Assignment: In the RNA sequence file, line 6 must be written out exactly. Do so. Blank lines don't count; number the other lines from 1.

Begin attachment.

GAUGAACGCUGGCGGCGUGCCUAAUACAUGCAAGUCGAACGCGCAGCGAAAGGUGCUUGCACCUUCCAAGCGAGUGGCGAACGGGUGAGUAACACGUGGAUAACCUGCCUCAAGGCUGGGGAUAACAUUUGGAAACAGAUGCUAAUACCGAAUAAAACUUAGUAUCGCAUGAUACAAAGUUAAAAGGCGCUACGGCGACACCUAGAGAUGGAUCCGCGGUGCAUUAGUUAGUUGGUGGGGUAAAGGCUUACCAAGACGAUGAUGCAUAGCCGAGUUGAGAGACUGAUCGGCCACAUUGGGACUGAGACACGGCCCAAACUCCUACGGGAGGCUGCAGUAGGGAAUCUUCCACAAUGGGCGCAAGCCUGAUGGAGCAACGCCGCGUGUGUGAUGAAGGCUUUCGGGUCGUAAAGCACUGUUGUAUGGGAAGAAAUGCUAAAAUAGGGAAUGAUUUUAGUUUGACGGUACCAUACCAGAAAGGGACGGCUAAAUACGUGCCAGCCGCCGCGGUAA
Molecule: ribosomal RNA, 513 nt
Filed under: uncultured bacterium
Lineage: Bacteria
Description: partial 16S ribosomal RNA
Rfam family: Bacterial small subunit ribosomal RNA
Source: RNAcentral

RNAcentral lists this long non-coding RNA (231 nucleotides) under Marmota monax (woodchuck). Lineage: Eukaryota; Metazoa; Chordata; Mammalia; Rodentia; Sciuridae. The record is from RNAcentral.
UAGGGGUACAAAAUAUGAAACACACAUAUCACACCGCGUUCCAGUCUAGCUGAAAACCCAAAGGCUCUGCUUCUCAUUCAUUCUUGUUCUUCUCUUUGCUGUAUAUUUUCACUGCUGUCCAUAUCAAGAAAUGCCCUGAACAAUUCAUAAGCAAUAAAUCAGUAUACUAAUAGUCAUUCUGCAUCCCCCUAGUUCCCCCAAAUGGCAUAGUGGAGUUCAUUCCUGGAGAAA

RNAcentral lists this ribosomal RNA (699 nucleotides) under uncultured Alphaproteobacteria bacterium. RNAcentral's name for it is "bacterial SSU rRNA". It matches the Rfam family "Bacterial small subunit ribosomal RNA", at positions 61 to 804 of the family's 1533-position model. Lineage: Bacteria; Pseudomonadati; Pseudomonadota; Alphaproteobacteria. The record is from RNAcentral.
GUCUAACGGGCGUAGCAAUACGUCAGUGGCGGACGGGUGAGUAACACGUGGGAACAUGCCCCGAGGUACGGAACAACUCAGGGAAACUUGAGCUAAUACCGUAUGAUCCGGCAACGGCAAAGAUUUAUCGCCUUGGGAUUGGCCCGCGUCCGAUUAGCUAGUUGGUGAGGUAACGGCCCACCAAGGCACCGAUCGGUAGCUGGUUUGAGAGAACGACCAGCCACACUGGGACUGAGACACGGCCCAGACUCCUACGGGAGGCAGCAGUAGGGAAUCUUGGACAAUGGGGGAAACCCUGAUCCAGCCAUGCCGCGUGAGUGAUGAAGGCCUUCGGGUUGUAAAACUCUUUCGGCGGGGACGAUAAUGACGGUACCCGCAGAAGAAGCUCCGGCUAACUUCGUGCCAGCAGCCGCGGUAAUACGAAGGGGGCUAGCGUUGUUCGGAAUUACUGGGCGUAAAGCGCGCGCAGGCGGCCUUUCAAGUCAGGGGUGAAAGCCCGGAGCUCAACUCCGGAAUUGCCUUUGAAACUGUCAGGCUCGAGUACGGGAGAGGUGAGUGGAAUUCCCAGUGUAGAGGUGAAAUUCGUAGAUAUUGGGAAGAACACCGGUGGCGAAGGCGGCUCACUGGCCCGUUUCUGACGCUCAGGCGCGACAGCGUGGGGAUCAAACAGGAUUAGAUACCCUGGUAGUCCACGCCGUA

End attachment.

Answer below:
Rfam family: Bacterial small subunit ribosomal RNA